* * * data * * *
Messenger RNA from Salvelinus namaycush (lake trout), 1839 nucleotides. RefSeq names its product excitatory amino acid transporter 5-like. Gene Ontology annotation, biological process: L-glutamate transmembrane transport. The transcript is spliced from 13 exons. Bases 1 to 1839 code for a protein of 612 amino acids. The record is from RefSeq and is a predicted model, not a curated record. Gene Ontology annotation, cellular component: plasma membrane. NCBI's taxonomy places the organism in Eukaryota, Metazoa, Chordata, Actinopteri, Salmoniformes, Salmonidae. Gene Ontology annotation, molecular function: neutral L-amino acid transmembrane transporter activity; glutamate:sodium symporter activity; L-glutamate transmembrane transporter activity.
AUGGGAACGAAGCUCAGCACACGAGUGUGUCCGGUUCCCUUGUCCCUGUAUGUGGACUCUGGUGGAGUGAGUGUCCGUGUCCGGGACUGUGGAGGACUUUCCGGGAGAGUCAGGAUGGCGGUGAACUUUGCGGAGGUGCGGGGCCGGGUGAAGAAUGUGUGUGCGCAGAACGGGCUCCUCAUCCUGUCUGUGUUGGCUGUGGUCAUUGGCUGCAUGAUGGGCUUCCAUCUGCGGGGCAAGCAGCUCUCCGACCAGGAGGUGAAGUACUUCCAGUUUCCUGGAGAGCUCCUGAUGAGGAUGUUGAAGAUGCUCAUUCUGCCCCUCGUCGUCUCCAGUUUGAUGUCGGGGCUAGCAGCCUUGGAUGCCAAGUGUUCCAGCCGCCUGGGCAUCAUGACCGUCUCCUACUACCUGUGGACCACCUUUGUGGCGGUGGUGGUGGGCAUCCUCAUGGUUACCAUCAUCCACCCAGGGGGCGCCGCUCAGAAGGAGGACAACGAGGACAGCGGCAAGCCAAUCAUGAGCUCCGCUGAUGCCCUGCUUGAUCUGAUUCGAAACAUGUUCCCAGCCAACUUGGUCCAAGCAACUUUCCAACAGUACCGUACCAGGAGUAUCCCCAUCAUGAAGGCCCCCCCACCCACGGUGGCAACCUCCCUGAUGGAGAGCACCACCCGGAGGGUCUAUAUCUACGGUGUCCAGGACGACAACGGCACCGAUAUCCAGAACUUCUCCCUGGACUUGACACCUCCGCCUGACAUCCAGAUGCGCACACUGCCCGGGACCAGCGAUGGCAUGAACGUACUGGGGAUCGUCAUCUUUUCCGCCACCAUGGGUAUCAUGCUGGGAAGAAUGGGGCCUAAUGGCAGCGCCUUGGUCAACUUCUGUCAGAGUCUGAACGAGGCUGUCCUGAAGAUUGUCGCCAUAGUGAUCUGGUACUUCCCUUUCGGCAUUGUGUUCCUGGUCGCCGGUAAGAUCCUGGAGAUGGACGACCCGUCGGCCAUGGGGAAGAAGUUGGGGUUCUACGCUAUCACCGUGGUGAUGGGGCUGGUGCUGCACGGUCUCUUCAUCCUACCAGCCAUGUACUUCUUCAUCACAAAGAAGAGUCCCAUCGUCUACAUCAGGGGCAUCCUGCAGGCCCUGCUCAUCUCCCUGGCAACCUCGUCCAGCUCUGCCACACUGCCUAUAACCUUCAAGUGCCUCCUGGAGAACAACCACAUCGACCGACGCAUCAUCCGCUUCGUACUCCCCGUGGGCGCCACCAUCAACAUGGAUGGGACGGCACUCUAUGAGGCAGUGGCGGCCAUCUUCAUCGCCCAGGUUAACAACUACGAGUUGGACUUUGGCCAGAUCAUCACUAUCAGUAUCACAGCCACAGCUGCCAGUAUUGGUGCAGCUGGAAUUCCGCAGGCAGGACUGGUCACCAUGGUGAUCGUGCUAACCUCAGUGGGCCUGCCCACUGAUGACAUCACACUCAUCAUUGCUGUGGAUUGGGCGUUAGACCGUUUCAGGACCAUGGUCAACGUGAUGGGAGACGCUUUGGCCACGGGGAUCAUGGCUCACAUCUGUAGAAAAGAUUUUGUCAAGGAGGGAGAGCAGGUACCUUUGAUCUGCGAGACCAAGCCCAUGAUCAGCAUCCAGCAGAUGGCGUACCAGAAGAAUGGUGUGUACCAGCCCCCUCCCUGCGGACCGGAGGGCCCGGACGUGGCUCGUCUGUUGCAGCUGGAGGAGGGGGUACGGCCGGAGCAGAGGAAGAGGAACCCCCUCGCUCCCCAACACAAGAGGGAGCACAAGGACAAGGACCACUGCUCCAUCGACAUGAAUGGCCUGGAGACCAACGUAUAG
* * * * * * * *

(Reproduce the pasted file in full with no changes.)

Messenger RNA from Salvelinus namaycush (lake trout), 1839 nucleotides. RefSeq names its product excitatory amino acid transporter 5-like. Gene Ontology annotation, biological process: L-glutamate transmembrane transport. The transcript is spliced from 13 exons. Bases 1 to 1839 code for a protein of 612 amino acids. The record is from RefSeq and is a predicted model, not a curated record. Gene Ontology annotation, cellular component: plasma membrane. NCBI's taxonomy places the organism in Eukaryota, Metazoa, Chordata, Actinopteri, Salmoniformes, Salmonidae. Gene Ontology annotation, molecular function: neutral L-amino acid transmembrane transporter activity; glutamate:sodium symporter activity; L-glutamate transmembrane transporter activity.
AUGGGAACGAAGCUCAGCACACGAGUGUGUCCGGUUCCCUUGUCCCUGUAUGUGGACUCUGGUGGAGUGAGUGUCCGUGUCCGGGACUGUGGAGGACUUUCCGGGAGAGUCAGGAUGGCGGUGAACUUUGCGGAGGUGCGGGGCCGGGUGAAGAAUGUGUGUGCGCAGAACGGGCUCCUCAUCCUGUCUGUGUUGGCUGUGGUCAUUGGCUGCAUGAUGGGCUUCCAUCUGCGGGGCAAGCAGCUCUCCGACCAGGAGGUGAAGUACUUCCAGUUUCCUGGAGAGCUCCUGAUGAGGAUGUUGAAGAUGCUCAUUCUGCCCCUCGUCGUCUCCAGUUUGAUGUCGGGGCUAGCAGCCUUGGAUGCCAAGUGUUCCAGCCGCCUGGGCAUCAUGACCGUCUCCUACUACCUGUGGACCACCUUUGUGGCGGUGGUGGUGGGCAUCCUCAUGGUUACCAUCAUCCACCCAGGGGGCGCCGCUCAGAAGGAGGACAACGAGGACAGCGGCAAGCCAAUCAUGAGCUCCGCUGAUGCCCUGCUUGAUCUGAUUCGAAACAUGUUCCCAGCCAACUUGGUCCAAGCAACUUUCCAACAGUACCGUACCAGGAGUAUCCCCAUCAUGAAGGCCCCCCCACCCACGGUGGCAACCUCCCUGAUGGAGAGCACCACCCGGAGGGUCUAUAUCUACGGUGUCCAGGACGACAACGGCACCGAUAUCCAGAACUUCUCCCUGGACUUGACACCUCCGCCUGACAUCCAGAUGCGCACACUGCCCGGGACCAGCGAUGGCAUGAACGUACUGGGGAUCGUCAUCUUUUCCGCCACCAUGGGUAUCAUGCUGGGAAGAAUGGGGCCUAAUGGCAGCGCCUUGGUCAACUUCUGUCAGAGUCUGAACGAGGCUGUCCUGAAGAUUGUCGCCAUAGUGAUCUGGUACUUCCCUUUCGGCAUUGUGUUCCUGGUCGCCGGUAAGAUCCUGGAGAUGGACGACCCGUCGGCCAUGGGGAAGAAGUUGGGGUUCUACGCUAUCACCGUGGUGAUGGGGCUGGUGCUGCACGGUCUCUUCAUCCUACCAGCCAUGUACUUCUUCAUCACAAAGAAGAGUCCCAUCGUCUACAUCAGGGGCAUCCUGCAGGCCCUGCUCAUCUCCCUGGCAACCUCGUCCAGCUCUGCCACACUGCCUAUAACCUUCAAGUGCCUCCUGGAGAACAACCACAUCGACCGACGCAUCAUCCGCUUCGUACUCCCCGUGGGCGCCACCAUCAACAUGGAUGGGACGGCACUCUAUGAGGCAGUGGCGGCCAUCUUCAUCGCCCAGGUUAACAACUACGAGUUGGACUUUGGCCAGAUCAUCACUAUCAGUAUCACAGCCACAGCUGCCAGUAUUGGUGCAGCUGGAAUUCCGCAGGCAGGACUGGUCACCAUGGUGAUCGUGCUAACCUCAGUGGGCCUGCCCACUGAUGACAUCACACUCAUCAUUGCUGUGGAUUGGGCGUUAGACCGUUUCAGGACCAUGGUCAACGUGAUGGGAGACGCUUUGGCCACGGGGAUCAUGGCUCACAUCUGUAGAAAAGAUUUUGUCAAGGAGGGAGAGCAGGUACCUUUGAUCUGCGAGACCAAGCCCAUGAUCAGCAUCCAGCAGAUGGCGUACCAGAAGAAUGGUGUGUACCAGCCCCCUCCCUGCGGACCGGAGGGCCCGGACGUGGCUCGUCUGUUGCAGCUGGAGGAGGGGGUACGGCCGGAGCAGAGGAAGAGGAACCCCCUCGCUCCCCAACACAAGAGGGAGCACAAGGACAAGGACCACUGCUCCAUCGACAUGAAUGGCCUGGAGACCAACGUAUAG